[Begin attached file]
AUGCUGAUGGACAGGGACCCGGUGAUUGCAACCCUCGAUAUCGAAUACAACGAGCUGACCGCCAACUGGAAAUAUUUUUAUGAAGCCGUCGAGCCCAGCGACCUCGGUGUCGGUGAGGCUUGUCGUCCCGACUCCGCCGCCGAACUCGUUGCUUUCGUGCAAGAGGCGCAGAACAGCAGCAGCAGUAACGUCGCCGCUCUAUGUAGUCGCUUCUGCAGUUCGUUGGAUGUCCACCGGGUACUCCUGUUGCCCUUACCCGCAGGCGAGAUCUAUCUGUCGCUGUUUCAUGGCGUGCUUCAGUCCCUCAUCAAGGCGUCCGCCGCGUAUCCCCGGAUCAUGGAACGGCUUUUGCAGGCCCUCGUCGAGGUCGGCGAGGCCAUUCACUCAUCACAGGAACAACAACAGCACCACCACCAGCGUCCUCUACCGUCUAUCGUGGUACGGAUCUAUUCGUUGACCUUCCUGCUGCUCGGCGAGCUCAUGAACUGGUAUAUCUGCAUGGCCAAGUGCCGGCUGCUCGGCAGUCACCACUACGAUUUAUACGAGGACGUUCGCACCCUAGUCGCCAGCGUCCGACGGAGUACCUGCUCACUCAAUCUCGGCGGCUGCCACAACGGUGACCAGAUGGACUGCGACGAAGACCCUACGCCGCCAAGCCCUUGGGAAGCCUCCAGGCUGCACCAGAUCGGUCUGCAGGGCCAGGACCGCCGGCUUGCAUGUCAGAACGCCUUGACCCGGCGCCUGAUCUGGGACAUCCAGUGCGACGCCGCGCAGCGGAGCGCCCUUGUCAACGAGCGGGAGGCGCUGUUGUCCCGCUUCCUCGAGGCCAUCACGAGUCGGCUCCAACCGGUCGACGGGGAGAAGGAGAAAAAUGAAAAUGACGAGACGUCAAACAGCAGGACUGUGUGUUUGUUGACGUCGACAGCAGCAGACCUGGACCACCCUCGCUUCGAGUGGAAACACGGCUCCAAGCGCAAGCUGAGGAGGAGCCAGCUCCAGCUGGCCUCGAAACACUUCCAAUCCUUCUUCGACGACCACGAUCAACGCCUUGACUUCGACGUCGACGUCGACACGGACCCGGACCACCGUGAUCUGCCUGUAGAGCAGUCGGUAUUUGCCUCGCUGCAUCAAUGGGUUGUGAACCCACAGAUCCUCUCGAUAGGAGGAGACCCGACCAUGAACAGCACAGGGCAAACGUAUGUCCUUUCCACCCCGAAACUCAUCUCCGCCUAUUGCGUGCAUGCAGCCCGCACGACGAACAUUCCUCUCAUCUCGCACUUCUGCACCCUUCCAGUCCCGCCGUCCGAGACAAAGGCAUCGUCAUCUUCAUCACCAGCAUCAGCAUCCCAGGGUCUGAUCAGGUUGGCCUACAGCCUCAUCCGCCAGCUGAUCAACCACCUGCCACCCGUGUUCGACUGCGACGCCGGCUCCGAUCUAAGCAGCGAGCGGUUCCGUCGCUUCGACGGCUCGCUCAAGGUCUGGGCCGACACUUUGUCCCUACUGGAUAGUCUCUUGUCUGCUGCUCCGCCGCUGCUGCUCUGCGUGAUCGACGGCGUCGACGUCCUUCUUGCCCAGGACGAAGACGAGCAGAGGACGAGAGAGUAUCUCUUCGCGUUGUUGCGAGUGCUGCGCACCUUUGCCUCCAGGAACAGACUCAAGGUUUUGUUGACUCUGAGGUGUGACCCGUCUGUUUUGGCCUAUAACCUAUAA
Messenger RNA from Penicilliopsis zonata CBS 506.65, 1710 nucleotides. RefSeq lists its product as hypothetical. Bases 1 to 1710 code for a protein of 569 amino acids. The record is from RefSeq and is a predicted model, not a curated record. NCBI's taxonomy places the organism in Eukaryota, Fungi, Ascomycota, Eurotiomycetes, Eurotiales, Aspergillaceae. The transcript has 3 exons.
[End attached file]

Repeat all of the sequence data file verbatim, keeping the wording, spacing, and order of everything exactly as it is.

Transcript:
AUGCUGAUGGACAGGGACCCGGUGAUUGCAACCCUCGAUAUCGAAUACAACGAGCUGACCGCCAACUGGAAAUAUUUUUAUGAAGCCGUCGAGCCCAGCGACCUCGGUGUCGGUGAGGCUUGUCGUCCCGACUCCGCCGCCGAACUCGUUGCUUUCGUGCAAGAGGCGCAGAACAGCAGCAGCAGUAACGUCGCCGCUCUAUGUAGUCGCUUCUGCAGUUCGUUGGAUGUCCACCGGGUACUCCUGUUGCCCUUACCCGCAGGCGAGAUCUAUCUGUCGCUGUUUCAUGGCGUGCUUCAGUCCCUCAUCAAGGCGUCCGCCGCGUAUCCCCGGAUCAUGGAACGGCUUUUGCAGGCCCUCGUCGAGGUCGGCGAGGCCAUUCACUCAUCACAGGAACAACAACAGCACCACCACCAGCGUCCUCUACCGUCUAUCGUGGUACGGAUCUAUUCGUUGACCUUCCUGCUGCUCGGCGAGCUCAUGAACUGGUAUAUCUGCAUGGCCAAGUGCCGGCUGCUCGGCAGUCACCACUACGAUUUAUACGAGGACGUUCGCACCCUAGUCGCCAGCGUCCGACGGAGUACCUGCUCACUCAAUCUCGGCGGCUGCCACAACGGUGACCAGAUGGACUGCGACGAAGACCCUACGCCGCCAAGCCCUUGGGAAGCCUCCAGGCUGCACCAGAUCGGUCUGCAGGGCCAGGACCGCCGGCUUGCAUGUCAGAACGCCUUGACCCGGCGCCUGAUCUGGGACAUCCAGUGCGACGCCGCGCAGCGGAGCGCCCUUGUCAACGAGCGGGAGGCGCUGUUGUCCCGCUUCCUCGAGGCCAUCACGAGUCGGCUCCAACCGGUCGACGGGGAGAAGGAGAAAAAUGAAAAUGACGAGACGUCAAACAGCAGGACUGUGUGUUUGUUGACGUCGACAGCAGCAGACCUGGACCACCCUCGCUUCGAGUGGAAACACGGCUCCAAGCGCAAGCUGAGGAGGAGCCAGCUCCAGCUGGCCUCGAAACACUUCCAAUCCUUCUUCGACGACCACGAUCAACGCCUUGACUUCGACGUCGACGUCGACACGGACCCGGACCACCGUGAUCUGCCUGUAGAGCAGUCGGUAUUUGCCUCGCUGCAUCAAUGGGUUGUGAACCCACAGAUCCUCUCGAUAGGAGGAGACCCGACCAUGAACAGCACAGGGCAAACGUAUGUCCUUUCCACCCCGAAACUCAUCUCCGCCUAUUGCGUGCAUGCAGCCCGCACGACGAACAUUCCUCUCAUCUCGCACUUCUGCACCCUUCCAGUCCCGCCGUCCGAGACAAAGGCAUCGUCAUCUUCAUCACCAGCAUCAGCAUCCCAGGGUCUGAUCAGGUUGGCCUACAGCCUCAUCCGCCAGCUGAUCAACCACCUGCCACCCGUGUUCGACUGCGACGCCGGCUCCGAUCUAAGCAGCGAGCGGUUCCGUCGCUUCGACGGCUCGCUCAAGGUCUGGGCCGACACUUUGUCCCUACUGGAUAGUCUCUUGUCUGCUGCUCCGCCGCUGCUGCUCUGCGUGAUCGACGGCGUCGACGUCCUUCUUGCCCAGGACGAAGACGAGCAGAGGACGAGAGAGUAUCUCUUCGCGUUGUUGCGAGUGCUGCGCACCUUUGCCUCCAGGAACAGACUCAAGGUUUUGUUGACUCUGAGGUGUGACCCGUCUGUUUUGGCCUAUAACCUAUAA
Messenger RNA from Penicilliopsis zonata CBS 506.65, 1710 nucleotides. RefSeq lists its product as hypothetical. Bases 1 to 1710 code for a protein of 569 amino acids. The record is from RefSeq and is a predicted model, not a curated record. NCBI's taxonomy places the organism in Eukaryota, Fungi, Ascomycota, Eurotiomycetes, Eurotiales, Aspergillaceae. The transcript has 3 exons.